a few are, — with névés, crevasses, or Rockies as in the Swiss or Tyrolean and ice couloirs to tell about, and be- Alps. And there goes with the climbing cause one does not climb them in a itself in America a lot of fine things that roped-together chain-gang, led and fol- do not go with the Swiss climbing lowed by professional guides in pic- the camping, the pack-train, the trout
fishing in almost virgin waters, the ly smooth wall-face, to swarm up on the great forests, the aloneness, the real es- last stretch. cape and change from that world which Long's Peak is much beset by wind is too much with us
all these are and sudden sleet-storms, and its really pleasant surplusage in American moun- safe climbing season is unusually short, taineering, added to the actual climb- although it is often climbed before and ing, which latter, by the way, you do - after this safer period. One such atas climbing should really be done, to tempt at a late climb, however, cost an get from it its finest flavor — on your adventurous woman her life; and a headown, unguided and unroped.
board, fixed among the harsh rocks of It seems an odd thing that the high the great Boulder Field just beyond peaks of the Sierra Nevada and the Col- which the real climbing begins, comorado Rockies are all of about the same memorated, as long as it stood, her height. Take the highest twenty in each death on the mountain from fall and of the two mountain-systems, and not exposure in storm. The inscription only will their average be very close to reads, 14,000 feet in the case of each group,
Here CARRIE J. Wbut the range of height in the whole
Lay to rest, and died alone, forty will come within 500 feet above or with the date, which I have forgotten. below the fourteen-thousand-foot av- She died alone because the local erage. The high points of both Sierras mountaineer who, after much protest, and Rockies seem to have been cut off went up with her when she declared that, in their aspiring at fourteen thousand if he would not accompany her, she feet or a few hundred feet above or be- would go anyway by herself, and who low that level - although there is little found her helpless on his hands in a indication on many of these summits of sleet-storm on the summit, had, after any cutting off, the tip-tops of some, in- carrying her down the more dangerous deed, making two men standing close part of the mountain, through hours of together on them seem badly crowded. struggle in blinding snow and cutting But some, on the other hand, have a ice-sleet, until he was almost as exreally truncated top, often surprisingly hausted as she, left her at nightfall in broad and level.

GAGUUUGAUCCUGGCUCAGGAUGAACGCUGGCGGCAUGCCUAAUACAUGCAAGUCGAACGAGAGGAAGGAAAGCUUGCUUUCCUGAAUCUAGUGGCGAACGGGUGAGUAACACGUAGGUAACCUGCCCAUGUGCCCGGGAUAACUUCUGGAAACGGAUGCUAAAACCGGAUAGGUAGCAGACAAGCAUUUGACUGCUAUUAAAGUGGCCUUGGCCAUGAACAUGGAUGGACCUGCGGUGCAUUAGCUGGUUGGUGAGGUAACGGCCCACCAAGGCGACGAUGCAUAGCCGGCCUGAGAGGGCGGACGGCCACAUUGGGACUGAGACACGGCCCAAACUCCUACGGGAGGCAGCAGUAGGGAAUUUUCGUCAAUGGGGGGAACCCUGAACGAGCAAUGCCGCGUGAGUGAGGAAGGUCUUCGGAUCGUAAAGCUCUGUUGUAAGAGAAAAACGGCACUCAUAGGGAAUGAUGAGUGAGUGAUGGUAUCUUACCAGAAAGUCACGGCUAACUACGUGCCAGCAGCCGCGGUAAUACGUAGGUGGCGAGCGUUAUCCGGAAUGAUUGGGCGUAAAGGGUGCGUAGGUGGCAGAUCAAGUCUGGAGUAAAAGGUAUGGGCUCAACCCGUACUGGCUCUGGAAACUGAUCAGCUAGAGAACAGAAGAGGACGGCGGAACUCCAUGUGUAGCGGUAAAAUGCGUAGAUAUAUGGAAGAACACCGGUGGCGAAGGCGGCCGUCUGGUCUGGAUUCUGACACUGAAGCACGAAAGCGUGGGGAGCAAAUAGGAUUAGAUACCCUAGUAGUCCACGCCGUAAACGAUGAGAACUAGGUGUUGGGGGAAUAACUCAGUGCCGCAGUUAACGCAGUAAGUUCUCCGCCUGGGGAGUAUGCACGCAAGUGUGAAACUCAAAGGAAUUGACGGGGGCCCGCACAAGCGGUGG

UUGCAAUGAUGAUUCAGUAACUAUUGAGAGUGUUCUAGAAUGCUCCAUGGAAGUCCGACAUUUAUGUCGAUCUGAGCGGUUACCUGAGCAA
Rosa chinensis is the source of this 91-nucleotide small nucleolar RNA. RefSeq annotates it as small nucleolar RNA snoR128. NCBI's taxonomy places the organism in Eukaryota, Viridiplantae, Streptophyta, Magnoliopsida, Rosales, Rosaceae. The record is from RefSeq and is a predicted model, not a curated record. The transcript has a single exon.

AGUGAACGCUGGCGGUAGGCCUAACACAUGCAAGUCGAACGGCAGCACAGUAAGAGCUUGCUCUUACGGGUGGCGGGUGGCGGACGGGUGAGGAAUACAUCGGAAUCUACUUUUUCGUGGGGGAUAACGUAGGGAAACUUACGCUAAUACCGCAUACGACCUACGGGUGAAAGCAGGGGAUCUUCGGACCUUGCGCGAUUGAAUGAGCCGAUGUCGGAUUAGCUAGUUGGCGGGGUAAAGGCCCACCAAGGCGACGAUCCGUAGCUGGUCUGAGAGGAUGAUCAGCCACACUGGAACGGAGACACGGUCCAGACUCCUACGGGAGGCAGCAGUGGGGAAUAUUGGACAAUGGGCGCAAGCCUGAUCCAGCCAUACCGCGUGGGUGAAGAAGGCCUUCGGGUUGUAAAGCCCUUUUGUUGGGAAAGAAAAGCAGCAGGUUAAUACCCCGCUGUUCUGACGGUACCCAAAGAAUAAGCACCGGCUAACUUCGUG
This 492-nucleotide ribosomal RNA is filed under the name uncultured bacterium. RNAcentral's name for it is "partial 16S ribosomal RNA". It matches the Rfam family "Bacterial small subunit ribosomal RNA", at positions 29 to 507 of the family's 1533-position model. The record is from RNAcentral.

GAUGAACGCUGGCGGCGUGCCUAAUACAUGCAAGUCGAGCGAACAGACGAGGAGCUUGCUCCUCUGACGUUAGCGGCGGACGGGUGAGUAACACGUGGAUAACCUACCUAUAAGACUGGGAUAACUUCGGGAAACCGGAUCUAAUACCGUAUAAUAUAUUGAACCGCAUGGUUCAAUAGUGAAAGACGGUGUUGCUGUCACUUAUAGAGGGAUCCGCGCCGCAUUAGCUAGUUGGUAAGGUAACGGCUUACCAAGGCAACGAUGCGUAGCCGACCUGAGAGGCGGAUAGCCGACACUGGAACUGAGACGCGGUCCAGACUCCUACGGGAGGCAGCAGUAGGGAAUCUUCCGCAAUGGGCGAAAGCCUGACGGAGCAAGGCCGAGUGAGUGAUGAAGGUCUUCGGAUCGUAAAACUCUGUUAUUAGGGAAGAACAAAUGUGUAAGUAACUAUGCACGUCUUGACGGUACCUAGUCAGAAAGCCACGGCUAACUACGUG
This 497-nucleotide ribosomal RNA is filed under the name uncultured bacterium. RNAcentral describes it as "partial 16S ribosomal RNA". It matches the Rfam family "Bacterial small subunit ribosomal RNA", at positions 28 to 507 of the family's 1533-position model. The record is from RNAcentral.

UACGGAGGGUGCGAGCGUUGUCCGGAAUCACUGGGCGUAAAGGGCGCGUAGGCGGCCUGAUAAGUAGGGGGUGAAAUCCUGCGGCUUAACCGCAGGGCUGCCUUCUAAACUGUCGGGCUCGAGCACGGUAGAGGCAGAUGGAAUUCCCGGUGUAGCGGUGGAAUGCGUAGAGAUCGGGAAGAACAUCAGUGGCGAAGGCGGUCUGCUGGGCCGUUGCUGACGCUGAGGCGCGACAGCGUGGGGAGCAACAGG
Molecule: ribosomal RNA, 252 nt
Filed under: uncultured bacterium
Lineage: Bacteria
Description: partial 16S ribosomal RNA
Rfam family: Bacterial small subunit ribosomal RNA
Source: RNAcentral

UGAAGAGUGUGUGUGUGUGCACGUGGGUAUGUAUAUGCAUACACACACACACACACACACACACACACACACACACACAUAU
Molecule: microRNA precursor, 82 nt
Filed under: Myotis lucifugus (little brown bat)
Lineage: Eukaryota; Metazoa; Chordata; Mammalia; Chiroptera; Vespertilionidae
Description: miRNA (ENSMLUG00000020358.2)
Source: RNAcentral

the comparative shelter of the great This is true, for example, of Long's rocks of the Boulder Field, himself to Peak, one of the highest and best of the stumble on down the mountain in the Colorado peaks - meaning by 'best,' dark, for help. most interesting, and possibly adven- He had a difficult decision to make. turous, to climb. One could lay out a Should he stay there with her, and both very decent little farm on its summit, if almost certainly perish before dawn, or the soil were a little further on in course should he take the chance of leaving her of making - so far it is only in its first, and possibly get help up to her during or rock, stage. But in getting up to the night, and thus save both? He took this broad, flat top, you have to work what he believed the only chance of carefully almost completely around the saving her. Alone, he could not posgreat cliffy cap of the mountain, with a sibly get her farther. Staying with her, dizzying narrow ledge on one face, to he could have done nothing but, in all test your head; a long steep trough, probability, die with her. He got down with snow and loose rock in it, at one the mountain to his father's cabin. The corner, to try out your heart, lungs, rescuers started back at once. But it and climbing luck; and a steeper, most- took long hours to get to her. They
found her dead. She had, in panic or - and always did. He climbed Mount delirium, left her shelter among the King - a very pinnacly peak in the rocks, and, stumbling about, had fallen King-Goddard divide, which juts out near-by, striking her head against the westward from the main Sierran crest merciful granite. It has been always a near Kearsarge Pass — in this way, by haunting question with that man as to one of its seemingly impossible faces. whether he had done what a brave man Although at best it is a difficult mounshould do under such circumstances. tain, it has at least one fairly negotiable Knowing the mountain and the man, I face. He came down that way. believe he decided as a brave and experienced mountaineer should have
I know of another fatal accident on American mountain-climbing, at all Long's Peak. There may have been still events as I am limiting it, is rock-climbothers. This one came about through ing. There can be a good deal of snow a man's inexperience and foolishness. on the symmetrical cones of the old He carried a loaded revolver in his hip volcanoes, like Rainier, Baker, Hood, pocket on his climb. He fell in a bad and the others that are the high mounplace, and the cartridge under the ham- tains of Oregon and Washington; and mer was exploded, the bullet shattering there are elsewhere occasional snowhis hip. His one companion did what patches and a few scattered, insignifihe could to drag him along the narrow cant, persisting remnants of the once ledge on which he lay; but little progress mighty local glaciers that did so much was possible, and, after hours of suffer- in the old days to give the Sierras and ing, the wounded man died. The com- Rockies their present configuration. panion was a prematurely old man when But these are rarely in the way of the he finally got down the mountain and climber; in fact, the ice-remnants have found helpers to go up for the body. to be sought out to be seen, and are